“We are really doing this as a service that is complementary and additive and not competitive with the pay TV business,” he said. “What you see on linear [TV] will not make its way on the subscription service. And what’s on the subscription service will not be on television.”

Therein lies the balancing act that Pitaro has to perform with ESPN+. He needs to push ESPN further into the digital TV future while preserving the traditional cable and satellite model that continues to make a substantial profit, even though it eroded.

Good luck with that, fella, because it really seems like all the big monetization is coming up front.

The first result of the marriage of a tech startup and legacy content provider is a newly updated ESPN app and the ESPN+ subscription option, which arrived nearly two years after it was originally announced. Disney hopes that consumers will pay $4.99 a month, or $50 for a year, to access a long list of games and other content to which it has the rights but is not showing on the channels for which cable subscribers pay roughly $8 or $9 a month through their cable bills.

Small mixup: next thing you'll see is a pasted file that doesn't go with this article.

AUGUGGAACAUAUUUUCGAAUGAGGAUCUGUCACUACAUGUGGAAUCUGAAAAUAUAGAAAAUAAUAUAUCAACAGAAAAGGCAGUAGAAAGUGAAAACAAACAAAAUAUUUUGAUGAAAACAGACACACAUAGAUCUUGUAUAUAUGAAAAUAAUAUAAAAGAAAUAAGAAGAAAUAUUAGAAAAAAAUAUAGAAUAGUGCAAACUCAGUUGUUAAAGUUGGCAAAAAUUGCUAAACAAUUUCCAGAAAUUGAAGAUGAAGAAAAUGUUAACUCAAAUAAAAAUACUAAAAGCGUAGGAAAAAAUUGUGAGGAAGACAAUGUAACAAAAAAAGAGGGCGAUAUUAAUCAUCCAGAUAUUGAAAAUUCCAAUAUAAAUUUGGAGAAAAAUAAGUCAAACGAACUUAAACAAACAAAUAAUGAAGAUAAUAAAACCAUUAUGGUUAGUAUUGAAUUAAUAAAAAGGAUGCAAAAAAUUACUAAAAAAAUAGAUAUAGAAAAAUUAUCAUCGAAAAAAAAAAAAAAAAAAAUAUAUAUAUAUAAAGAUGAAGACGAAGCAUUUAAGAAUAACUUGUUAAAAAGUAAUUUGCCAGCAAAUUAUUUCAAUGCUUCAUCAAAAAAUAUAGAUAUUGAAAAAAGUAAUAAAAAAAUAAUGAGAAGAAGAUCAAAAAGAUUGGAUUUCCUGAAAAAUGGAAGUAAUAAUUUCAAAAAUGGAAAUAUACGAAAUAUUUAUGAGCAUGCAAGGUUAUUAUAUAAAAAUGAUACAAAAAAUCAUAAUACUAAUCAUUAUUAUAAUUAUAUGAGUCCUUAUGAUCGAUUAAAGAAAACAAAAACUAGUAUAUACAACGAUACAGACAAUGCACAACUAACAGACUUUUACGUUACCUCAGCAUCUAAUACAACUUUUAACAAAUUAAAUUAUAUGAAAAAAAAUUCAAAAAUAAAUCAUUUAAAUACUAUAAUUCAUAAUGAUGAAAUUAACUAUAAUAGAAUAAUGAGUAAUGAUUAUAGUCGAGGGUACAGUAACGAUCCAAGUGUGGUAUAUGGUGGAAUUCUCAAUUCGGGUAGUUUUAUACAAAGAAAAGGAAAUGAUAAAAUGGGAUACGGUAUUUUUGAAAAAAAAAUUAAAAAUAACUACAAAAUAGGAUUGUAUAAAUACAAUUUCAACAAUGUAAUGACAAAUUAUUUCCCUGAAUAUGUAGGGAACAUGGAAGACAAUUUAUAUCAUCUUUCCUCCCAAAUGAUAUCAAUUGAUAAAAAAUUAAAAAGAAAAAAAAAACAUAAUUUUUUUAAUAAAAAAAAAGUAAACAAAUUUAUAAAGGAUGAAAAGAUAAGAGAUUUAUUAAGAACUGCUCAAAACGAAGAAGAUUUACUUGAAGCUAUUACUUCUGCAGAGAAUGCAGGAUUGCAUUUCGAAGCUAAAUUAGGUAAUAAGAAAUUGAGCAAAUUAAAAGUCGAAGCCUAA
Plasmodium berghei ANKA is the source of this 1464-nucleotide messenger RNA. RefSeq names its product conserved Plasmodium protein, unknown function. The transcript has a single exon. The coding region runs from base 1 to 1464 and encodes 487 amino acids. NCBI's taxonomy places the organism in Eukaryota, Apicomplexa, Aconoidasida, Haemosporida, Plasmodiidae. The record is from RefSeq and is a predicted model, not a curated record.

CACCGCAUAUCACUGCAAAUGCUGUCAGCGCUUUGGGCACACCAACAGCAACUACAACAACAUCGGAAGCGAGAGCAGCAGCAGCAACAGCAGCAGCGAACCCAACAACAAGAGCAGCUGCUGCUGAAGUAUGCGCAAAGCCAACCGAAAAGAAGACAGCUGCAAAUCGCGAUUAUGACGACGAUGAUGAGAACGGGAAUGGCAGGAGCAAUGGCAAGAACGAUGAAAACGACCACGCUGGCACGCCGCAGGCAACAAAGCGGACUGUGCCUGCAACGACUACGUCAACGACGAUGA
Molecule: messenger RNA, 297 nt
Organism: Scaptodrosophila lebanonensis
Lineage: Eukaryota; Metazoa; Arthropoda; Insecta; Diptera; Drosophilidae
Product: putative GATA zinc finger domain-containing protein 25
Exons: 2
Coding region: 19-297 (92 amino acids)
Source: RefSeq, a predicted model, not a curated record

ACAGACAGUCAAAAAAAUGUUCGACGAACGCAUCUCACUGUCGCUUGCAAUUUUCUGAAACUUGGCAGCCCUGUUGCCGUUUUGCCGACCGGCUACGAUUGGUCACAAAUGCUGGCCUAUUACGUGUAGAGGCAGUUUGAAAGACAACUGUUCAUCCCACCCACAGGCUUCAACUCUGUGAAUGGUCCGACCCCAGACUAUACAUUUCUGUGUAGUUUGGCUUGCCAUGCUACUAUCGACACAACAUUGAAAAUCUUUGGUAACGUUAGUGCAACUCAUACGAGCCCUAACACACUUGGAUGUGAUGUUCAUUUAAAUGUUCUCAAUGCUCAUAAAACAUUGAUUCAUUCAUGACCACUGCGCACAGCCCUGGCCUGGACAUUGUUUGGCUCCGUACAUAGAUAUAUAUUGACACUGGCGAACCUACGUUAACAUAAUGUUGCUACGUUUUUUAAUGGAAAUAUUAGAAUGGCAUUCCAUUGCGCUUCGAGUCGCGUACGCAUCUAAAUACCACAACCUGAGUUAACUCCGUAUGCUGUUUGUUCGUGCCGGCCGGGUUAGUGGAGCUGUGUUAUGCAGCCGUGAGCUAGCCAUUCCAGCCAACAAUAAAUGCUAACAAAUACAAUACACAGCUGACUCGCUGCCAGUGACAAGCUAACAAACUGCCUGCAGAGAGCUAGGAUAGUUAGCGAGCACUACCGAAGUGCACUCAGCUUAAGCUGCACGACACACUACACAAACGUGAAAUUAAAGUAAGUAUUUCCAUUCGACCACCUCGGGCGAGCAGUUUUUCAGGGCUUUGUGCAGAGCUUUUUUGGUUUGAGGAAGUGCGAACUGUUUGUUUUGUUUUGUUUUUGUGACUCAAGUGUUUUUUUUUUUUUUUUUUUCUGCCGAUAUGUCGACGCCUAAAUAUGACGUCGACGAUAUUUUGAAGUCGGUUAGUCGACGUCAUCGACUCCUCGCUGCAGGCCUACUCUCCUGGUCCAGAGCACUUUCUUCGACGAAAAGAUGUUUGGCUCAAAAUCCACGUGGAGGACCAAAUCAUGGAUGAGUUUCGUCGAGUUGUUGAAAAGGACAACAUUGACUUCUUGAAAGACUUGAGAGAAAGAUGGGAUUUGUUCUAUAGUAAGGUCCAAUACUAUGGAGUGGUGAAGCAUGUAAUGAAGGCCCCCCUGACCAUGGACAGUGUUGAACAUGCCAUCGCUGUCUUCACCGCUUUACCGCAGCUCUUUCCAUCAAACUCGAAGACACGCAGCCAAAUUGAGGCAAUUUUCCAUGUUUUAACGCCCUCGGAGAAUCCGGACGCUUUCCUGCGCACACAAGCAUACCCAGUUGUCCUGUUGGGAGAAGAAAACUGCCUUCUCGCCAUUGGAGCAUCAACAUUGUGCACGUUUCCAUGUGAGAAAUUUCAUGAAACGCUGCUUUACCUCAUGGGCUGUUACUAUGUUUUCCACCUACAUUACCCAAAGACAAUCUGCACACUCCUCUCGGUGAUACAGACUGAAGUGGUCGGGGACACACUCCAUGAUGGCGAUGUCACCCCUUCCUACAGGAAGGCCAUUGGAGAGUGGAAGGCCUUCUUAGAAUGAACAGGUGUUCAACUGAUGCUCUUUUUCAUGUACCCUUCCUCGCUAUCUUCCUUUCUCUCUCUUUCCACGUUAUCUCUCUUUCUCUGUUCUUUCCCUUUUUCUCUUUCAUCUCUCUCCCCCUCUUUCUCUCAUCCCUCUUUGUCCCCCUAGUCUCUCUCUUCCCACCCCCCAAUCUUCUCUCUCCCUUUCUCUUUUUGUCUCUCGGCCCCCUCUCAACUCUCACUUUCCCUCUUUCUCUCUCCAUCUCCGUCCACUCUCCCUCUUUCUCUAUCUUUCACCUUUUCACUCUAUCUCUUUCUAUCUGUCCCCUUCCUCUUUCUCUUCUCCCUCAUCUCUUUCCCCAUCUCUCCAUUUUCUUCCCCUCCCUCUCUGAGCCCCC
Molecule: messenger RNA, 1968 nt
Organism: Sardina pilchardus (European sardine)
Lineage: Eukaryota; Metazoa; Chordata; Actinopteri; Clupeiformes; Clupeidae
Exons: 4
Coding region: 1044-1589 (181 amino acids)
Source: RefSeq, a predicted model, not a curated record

Many of those games were already available, however, as part of a digital channel known as ESPN3 that will live on, according to the company. ESPN has long had an app, called WatchESPN, that offered live streams of all of its channels as well as many ESPN3 games it was not airing on its TV stations. ESPN+ bundles many of those streams it offered to subscribers in WatchESPN with other previously free services and some niche sports and original programming for a fee, and offers that service in the same app as streaming versions of ESPN channels available only to cable subscribers.